In the typical New Jersey home repair breach of contract case that does not involve New Jersey consumer fraud, where a New Jersey homeowner prevents a New Jersey home repair contractor from completing the contracted work under the New Jersey home repair contract, the New Jersey home repair contractor may be entitled to recover legal damages. But if a New Jersey home repair contract violates the New Jersey Consumer Fraud Act or the New Jersey Home Improvement Contractor Law, also known as the New Jersey Contractor’s Registration Act, so as to make the New Jersey home improvement contract unenforceable, the New Jersey home repair contract may be prevented from collecting some or even all of the unpaid New Jersey home repair contract bill. Consult with a New Jersey lawyer to find out if you qualify for that type of relief against a New Jersey home repair contractor.

EXAMPLES OF NEW JERSEY HOME IMPROVEMENT CONTRACTOR CASES IN WHICH THE NEW JERSEY HOME IMPROVEMENT CONTRACTOR WAS PREVENTED FROM RECOVERING A NEW JERSEY HOME IMPROVEMENT CONTRACT BILL
The following are examples of New Jersey cases where New Jersey home repair contractors failed to collect on their New Jersey home repair contracts because they committed New Jersey consumer fraud violations:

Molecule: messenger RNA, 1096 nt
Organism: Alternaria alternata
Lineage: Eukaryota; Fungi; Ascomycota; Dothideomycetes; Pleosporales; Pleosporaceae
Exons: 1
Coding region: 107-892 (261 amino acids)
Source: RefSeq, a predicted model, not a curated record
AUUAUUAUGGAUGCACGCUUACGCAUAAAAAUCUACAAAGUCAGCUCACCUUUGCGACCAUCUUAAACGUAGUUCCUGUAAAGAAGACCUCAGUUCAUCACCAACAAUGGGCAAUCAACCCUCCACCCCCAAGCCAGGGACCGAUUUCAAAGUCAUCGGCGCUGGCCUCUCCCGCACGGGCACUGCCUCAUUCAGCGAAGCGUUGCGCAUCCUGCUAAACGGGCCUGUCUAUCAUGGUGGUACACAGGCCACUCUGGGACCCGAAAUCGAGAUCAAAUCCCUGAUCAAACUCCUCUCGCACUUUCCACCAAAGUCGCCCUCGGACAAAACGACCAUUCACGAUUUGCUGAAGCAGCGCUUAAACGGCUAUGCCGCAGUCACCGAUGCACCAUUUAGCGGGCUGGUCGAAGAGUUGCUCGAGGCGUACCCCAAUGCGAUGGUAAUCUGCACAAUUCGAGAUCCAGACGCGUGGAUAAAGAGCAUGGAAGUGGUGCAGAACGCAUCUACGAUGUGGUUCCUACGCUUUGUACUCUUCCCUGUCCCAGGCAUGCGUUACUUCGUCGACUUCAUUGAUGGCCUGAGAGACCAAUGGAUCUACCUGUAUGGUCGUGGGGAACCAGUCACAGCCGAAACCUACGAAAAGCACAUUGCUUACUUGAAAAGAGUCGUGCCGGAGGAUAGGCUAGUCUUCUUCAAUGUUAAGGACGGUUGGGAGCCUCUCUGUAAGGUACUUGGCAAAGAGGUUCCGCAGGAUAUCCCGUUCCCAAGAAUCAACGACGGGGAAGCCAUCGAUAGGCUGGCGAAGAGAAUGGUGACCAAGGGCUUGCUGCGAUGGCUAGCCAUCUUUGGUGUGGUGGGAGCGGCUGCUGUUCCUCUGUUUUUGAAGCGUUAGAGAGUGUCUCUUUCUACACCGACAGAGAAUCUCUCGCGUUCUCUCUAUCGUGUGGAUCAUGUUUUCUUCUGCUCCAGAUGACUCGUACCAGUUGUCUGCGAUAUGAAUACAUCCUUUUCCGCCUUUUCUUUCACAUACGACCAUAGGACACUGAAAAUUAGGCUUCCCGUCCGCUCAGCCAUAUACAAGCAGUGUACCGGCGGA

• An unlicensed landscape irrigation New Jersey home repair contractor sued a New Jersey homeowner to collect an unpaid New Jersey home repair contract bill for a sprinkling system and the New Jersey homeowner countersued the New Jersey home repair contractor, alleging that the New Jersey home repair contract was not enforceable because the New Jersey home repair contractor violated the New Jersey Consumer Fraud Act.
• An owner of a cleaning and restoration franchise specializing in mitigating damage following a fire or flood filed a New Jersey collection lawsuit against New Jersey homeowners and they countersued the New Jersey home repair contractor. The New Jersey court found that the New Jersey home repair contractor caused the dispute and therefore that the New Jersey home repair contractor was not allowed to collect the unpaid New Jersey home repair contract bill.
• A New Jersey home repair contractor sued a New Jersey homeowner to collect an unpaid New Jersey home repair contract bill. But because the New Jersey home improvement contractor failed to display its New Jersey home improvement contractor registration number on the New Jersey home repair contract, on most invoices and change orders, failed to display the Division of Consumer Affairs’ toll-free number on its documents and failed to put every change order in writing, the New Jersey home repair contract bill was uncollectible.
• A New Jersey home repair contractor sued a New Jersey homeowner to collect an unpaid New Jersey home repair contract bill and the New Jersey homeowner countersued the New Jersey home repair contractor because the work was shoddy. Thereafter, the New Jersey court found that not only was the New Jersey home repair contractor’s work shoddy but that the New Jersey home repair contractor violated the New Jersey Consumer Fraud Act. The New Jersey home repair contractor was prevented from recovering the unpaid New Jersey home repair contract bill.